The health benefits that are attributed to phytochemicals are being further researched for their effects against chronic diseases [10] . A number of phytochemicals such as catechins have been identified in cinnamon, cardamom and

Figure 3. Lipase Inhibition of cinnamon cardamom and cloves extracts. Abbreviations: CL―Cloves, CA―Cardamom, CI―Cinnamon, ME―Methanol Extracts, WE―Water Extracts.

cloves. Research suggests these spices have cardioprotective, chemo preventive as well as anti-inflammatory effects [14] .

In this study, the results showed varied extractability of phytochemicals by the use of either water or methanolic solvents. The phenolic and flavonoid content observed in Cloves ME (174.40 ± 2.0 mg GAE/100g) and (94.50 ± 13.53 mg CE/100g) may be attributed to the polarity of the methanol solvent. Similar evidence in high extractability in Cloves (ME) has also been shown in research done by Hollingsworth [24] . Fruits and vegetables have been identified to contain high amounts of phytochemicals [25] . Polyphenols are known to be powerful antioxidants that have also shown the ability to scavenge free radicals in the body. The ability to scavenge free radicals can be determined by their ability to scavenge the DPPH radical [26] . A higher inhibition of DPPH by cloves could again be attributed to the amount of phytochemicals which were successfully extracted.

Another method used to determine the antioxidant power of phytochemicals is to observe the ability to reduce ferric ions to ferrous compounds. Cloves (ME) exhibited significantly higher (p < 0.05) FRAP activity among all spices. Despite the light color of cardamom, the spice exhibited reducing and scavenging ability which may be attributed to key compounds such as linoleic acid and quercetin which act as reducers. Eugenol is one of the main chemical compounds found in Cloves that have also have been seen to exhibit high DPPH and FRAP values [27] .

The inhibition of key digestive enzymes such as α-glucosidase and α-amylase has been identified as a potential agent to lower the incidence of diabetes [28] . Results gathered in the experiment showed an increased inhibition in a dose dependent manner (0.1 - 0.4 mg/ml). Cloves (ME) had a higher percent inhibition of α-glucosidase at the highest concentration compared to Cloves WE [27] . The inhibition may have been caused by the spices decreasing the formation of a substrate-enzyme complex. The inhibition of α-amylase by spices has been previously studied by Cazzola and others [29] . Results from the present study agree with previously published works as inhibition of α-amylase occurred in a dose dependent manner. Bioactive compounds in plant materials have been attributed to the inhibition of amylase enzyme. Research by Chirumbolo [30] suggested that the bioactive compounds in fruits and vegetables attributed to the inhibition of the amylase enzyme. The inhibition of pancreatic lipase (PL) enzyme through natural bioactive compounds has attracted attention in utilizing phytochemicals as anti-obesity agents by to limiting dietary fat absorption and accumulation of lipid in adipose tissue [31] .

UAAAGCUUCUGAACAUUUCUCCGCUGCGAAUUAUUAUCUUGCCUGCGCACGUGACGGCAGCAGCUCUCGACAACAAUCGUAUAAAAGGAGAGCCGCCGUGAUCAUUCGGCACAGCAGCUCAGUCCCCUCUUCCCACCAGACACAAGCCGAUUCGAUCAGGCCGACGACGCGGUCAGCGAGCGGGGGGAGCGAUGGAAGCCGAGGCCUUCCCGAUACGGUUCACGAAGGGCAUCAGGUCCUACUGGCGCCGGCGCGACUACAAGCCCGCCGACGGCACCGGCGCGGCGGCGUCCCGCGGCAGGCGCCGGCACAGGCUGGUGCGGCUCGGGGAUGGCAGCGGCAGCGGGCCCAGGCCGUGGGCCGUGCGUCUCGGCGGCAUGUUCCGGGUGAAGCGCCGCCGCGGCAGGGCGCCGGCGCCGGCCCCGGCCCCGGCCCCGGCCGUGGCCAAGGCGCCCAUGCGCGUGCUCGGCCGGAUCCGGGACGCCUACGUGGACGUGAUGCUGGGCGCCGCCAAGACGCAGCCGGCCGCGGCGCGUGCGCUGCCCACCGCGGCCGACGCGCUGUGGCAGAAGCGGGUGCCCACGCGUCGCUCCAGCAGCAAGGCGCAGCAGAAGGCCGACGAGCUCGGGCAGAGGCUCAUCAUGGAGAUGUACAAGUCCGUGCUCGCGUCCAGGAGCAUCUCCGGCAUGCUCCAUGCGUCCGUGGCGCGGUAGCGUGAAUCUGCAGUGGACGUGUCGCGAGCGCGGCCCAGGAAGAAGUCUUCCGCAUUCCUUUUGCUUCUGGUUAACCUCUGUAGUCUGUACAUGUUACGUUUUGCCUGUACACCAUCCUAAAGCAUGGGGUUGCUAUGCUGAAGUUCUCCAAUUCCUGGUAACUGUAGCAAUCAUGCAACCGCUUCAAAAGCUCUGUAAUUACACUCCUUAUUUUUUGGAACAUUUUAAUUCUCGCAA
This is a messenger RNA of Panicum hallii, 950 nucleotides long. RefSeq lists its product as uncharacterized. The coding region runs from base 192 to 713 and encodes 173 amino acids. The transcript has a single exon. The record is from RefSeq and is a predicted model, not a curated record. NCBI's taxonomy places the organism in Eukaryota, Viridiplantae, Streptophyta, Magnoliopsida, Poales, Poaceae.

6. Conclusion

Cinnamon, cardamom and cloves have been shown in various reports to have beneficial phytochemical compounds that are very important in altering the activity of digestive enzymes as well as the scavenging of free radicals that are produced in the body. They have also been used for traditional medicinal purposes to cure ailments such as colds and dental carries. The ability of the spice extracts (ME and WE) to reduce ferric to ferrous and scavenge free radicals, suggests its antioxidant power. Cloves which were the darkest in color had the highest levels of phenolics and flavonoids, followed by cinnamon and finally cardamom that has a light green/yellow pigmentation. The inhibition of pancreatic lipase, α-glucosidase, and α-amylase activities by cinnamon, cardamom and clove extracts (ME and WE) may provide a potential means of developing safe therapeutic approaches of preventing and/or treating obesity, hyperglycemia and the metabolic syndrome.

Acknowledgements

This work was supported by the USDA National Institute of Food and Agriculture, [Evans-Allen] project [ALAX-012-0412].

Conflicts of Interest

The authors declare no conflicts of interest.

Cite this paper

Chimbetete, N. , Verghese, M. , Sunkara, R. and Walker, L. (2019) Phytochemical Content, Radical Scavenging Ability & Enzyme Inhibiting Activities of Selected Spices (Cinnamon, Cardamom and Cloves). Food and Nutrition Sciences, 10, 266-275. doi: 10.4236/fns.2019.103020.